Tuesday, March 24, 2009

Oh yes, I'm stoked

Revisions are, well, work. But storytelling (i.e., writing the first draft) is pure play.

Although I have stayed up an hour and a half later than I planned this evening, I have finished the third chapter.

Earlier today I created the spreadsheet I use to plot storylines. There is no other way I could keep track of the tales, the characters, and their movements. Yes, I can tell you what the phase of the moon is on my hero's birthday each year. It is not a simple spreadsheet.

I have also printed of fresh copies of several maps and some genealogical charts. Gotta know where they are and how they're all related!

Much of the fun is that, although I have an overall story in my head (and have for at least a year), the details and detours keep surprising me. It is also fun to think about how something in this volume will have an effect in the next volume.

I might worry that one should not have this much fun in Lent but I am a "now quit your care" type and not a "forty days and forty nights" type. (Let the musicians and singers understand.)

Sweet dreams, my little meerkats.
--the BB


FranIAm said...

Oh my - I can truly feel your enthusiasm about this. I love it when someone is doing something about living their passion... which is clearly what you are doing here.

Many prayers for your efforts.

David said...

it would appear to me that by claiming this blessing, you're simply living out the blessedness of a child of God, accepting and acting with the intelligence, talent and imagination you've been given.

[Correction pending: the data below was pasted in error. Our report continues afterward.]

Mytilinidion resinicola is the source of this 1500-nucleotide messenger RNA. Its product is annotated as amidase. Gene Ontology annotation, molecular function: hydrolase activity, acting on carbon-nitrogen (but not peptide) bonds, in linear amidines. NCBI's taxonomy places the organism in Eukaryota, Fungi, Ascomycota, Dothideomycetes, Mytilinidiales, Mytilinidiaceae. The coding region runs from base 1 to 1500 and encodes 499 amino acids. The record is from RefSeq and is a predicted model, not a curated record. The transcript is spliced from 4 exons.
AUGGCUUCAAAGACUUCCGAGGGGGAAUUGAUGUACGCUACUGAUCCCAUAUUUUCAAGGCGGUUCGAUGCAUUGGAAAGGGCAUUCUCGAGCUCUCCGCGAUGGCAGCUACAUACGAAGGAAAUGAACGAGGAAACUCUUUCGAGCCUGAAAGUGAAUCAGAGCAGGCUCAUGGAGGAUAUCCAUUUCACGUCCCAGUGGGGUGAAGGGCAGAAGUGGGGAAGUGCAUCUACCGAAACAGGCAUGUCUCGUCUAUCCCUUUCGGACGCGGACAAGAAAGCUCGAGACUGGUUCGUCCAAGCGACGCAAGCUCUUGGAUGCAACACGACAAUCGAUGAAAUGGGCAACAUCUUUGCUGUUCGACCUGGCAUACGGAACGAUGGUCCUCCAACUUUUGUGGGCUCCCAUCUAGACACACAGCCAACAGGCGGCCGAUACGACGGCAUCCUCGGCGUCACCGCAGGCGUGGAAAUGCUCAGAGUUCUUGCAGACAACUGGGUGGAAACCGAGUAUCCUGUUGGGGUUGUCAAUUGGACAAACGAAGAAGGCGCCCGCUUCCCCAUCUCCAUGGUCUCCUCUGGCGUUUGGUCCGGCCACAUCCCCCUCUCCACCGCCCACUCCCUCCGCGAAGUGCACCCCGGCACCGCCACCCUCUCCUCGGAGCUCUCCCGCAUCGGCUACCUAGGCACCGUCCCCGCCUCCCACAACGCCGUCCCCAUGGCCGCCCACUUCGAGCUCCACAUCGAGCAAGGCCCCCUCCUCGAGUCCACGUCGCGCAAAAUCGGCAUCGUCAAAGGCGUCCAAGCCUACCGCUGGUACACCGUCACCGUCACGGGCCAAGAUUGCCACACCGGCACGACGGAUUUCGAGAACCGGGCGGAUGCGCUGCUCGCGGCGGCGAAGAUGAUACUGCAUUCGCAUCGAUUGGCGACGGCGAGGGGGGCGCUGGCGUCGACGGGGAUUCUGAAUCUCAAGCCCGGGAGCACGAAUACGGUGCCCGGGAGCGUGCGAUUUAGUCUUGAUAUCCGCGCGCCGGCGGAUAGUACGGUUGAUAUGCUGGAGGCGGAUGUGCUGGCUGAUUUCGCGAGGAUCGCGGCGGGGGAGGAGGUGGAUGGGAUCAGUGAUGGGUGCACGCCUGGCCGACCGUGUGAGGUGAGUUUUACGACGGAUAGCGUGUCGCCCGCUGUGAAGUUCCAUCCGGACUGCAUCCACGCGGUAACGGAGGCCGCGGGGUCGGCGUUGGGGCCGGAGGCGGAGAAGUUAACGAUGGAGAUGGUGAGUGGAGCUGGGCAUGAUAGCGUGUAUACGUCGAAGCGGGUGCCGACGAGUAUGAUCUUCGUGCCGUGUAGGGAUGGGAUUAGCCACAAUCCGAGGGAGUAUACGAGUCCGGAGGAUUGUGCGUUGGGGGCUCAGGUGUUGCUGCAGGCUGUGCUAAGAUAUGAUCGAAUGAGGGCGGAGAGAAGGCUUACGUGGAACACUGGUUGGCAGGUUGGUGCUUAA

Cause for praise and rejoicing indeed!
And you enjoy ever blessed minute of it you blessed man!


Göran Koch-Swahne said...

What the others said ;=)

(the word is repikelo...)

it's margaret said...

No anxiety here, I can tell! Good for you. Keep writing while the muse is with you. (But spreadsheets!? Really!? Does it include words or images they might be likely to say too? --just interested.)

Paul said...

The spreadsheets are basically timelines vertically with columns for geographic locations. I can put a very brief note of who is where and what is happening. This allows me to track multiple story lines and coordinated when the people and story lines intersect. I usually just have word images and topographical maps scattered here and there.

I also use a genealogy program in which a thousand fictional characters reside, the principal ones with physical descriptions to help me be consistent. I want the context of families to understand characters.

The one set of true graphics I have is heraldry from later periods - coats of arms I drew in the early 70s.

And for words there is a rudimentary dictionary in Filemaker so I can play with the language of that region.

Last night I used maps to trace a trade journey, then recorded the itinerary on a the master spreadsheet. I now have a sense of when the duke returns and what he was up to in the meantime. But we interrupted that story for a family reunion and some romance in territory further north. All of this flows from the previous adventures and also lays groundwork for events in future generations.

Yep, still excited.

it's margaret said...